After recent reports of sewer contents draining into the creek behind CVS, the Borough took immediate action to resolve this particular problem, however, due to the aged infrastructure of the Borough it is likely there are more overflows that will need to be addressed.
It was not uncommon for cities and towns to be built with combined sewer systems- something that is now being eradicated due to the sanitary issues they cause.
According to a Pittsburgh water company’s website, “the City of Pittsburgh’s sewer system is primarily composed of combined sewers, which means that storm water and sewage are carried in a single pipe. During heavy rain events, excess water can overload the sewage system resulting in untreated sewage flowing into our streams and rivers.”
Sewage overflows cause a health concern to not only humans, but wildlife as well- due to this, drinking from, swimming in, or eating fish caught from affected water is not recommended.
Bob Villella, the Borough Manager provided the following information on recently reported overflow:
“Once the Borough received information regarding the sanitary sewer overflow to the storm sewer system located on Fifth Street, upstream of the intersection of Fifth Street and Spring Street, they immediately contacted the Pennsylvania Department of Environmental Protection.
The initial report of the overflow was made on April 7th, 2016 and the letter was sent to the Department on September 9th, 2016 establishing that the Borough had monitored the overflow pipe during rain events and no overflows occurred. The Borough also identified gravel and debris which was believed to restrict line capacity and consequently caused the manhole to surcharge up into the sanitary sewer overflow pipe. All gravel and debris have been removed and disposed of at a certified dump. This should not be a problem in the future.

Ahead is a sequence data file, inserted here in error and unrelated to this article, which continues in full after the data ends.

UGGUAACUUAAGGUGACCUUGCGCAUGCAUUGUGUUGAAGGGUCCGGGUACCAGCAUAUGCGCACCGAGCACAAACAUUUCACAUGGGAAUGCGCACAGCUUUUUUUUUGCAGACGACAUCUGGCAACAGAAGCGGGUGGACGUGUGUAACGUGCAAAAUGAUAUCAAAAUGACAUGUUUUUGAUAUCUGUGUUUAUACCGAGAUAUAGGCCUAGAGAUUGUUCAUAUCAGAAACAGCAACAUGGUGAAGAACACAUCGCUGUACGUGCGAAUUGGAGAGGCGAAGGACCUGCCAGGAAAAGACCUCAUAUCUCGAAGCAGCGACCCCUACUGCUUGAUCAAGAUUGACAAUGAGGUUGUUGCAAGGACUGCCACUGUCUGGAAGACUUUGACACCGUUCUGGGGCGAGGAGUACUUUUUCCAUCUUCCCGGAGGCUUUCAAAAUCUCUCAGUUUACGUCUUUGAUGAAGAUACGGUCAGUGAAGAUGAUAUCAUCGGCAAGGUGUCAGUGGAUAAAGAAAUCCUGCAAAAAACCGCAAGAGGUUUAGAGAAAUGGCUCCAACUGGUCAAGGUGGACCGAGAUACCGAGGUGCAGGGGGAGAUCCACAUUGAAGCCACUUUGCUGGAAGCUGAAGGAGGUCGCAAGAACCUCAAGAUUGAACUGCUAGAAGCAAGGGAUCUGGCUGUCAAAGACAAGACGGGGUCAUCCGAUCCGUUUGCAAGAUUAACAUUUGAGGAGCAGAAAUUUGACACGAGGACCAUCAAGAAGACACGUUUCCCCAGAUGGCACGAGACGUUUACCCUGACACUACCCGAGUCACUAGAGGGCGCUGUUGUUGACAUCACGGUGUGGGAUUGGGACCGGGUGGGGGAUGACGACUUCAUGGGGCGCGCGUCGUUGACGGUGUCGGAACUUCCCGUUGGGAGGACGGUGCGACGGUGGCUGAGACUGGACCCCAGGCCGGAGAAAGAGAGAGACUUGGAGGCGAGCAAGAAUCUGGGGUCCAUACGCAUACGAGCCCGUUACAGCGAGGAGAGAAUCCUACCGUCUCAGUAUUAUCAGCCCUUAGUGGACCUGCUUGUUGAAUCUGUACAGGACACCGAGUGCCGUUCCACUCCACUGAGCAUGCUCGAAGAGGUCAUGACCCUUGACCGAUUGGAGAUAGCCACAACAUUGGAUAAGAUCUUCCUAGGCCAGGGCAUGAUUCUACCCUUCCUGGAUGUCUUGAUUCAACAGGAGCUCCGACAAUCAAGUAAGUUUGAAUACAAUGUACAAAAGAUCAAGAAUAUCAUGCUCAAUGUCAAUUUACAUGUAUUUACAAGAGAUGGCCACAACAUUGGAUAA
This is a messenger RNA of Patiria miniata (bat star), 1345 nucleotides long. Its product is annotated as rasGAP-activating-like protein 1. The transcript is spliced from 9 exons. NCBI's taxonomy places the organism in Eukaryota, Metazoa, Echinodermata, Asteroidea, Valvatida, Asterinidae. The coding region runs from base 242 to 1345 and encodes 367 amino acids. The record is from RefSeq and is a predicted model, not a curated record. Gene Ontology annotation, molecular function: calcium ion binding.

This is not unusual in every Pennsylvania community, and perhaps on a national level. Ellwood Borough has been making efforts to address these situations through the use of the installation of cured in place pipe lining. In the past several years the Borough has been proactive in addressing these situations where they are identified. In fact, the Borough will be addressing a similar problem under the 5th Street Underpass, whereby through further investigation line breaks have also been identified and will also be addressed through cured in place pipe lining.
Further, the Borough will be applying for a Grant to secure upwards of $500,000 to address these problem. The community should also be aware of the Borough’s proactive stance towards addressing storm water issues and that the Borough has identified Bell Avenue as an area in need of storm water management through the installation of storm sewers and catch basins.”
It looks like the community can look forward to an increase of sanitary water sources in the near future.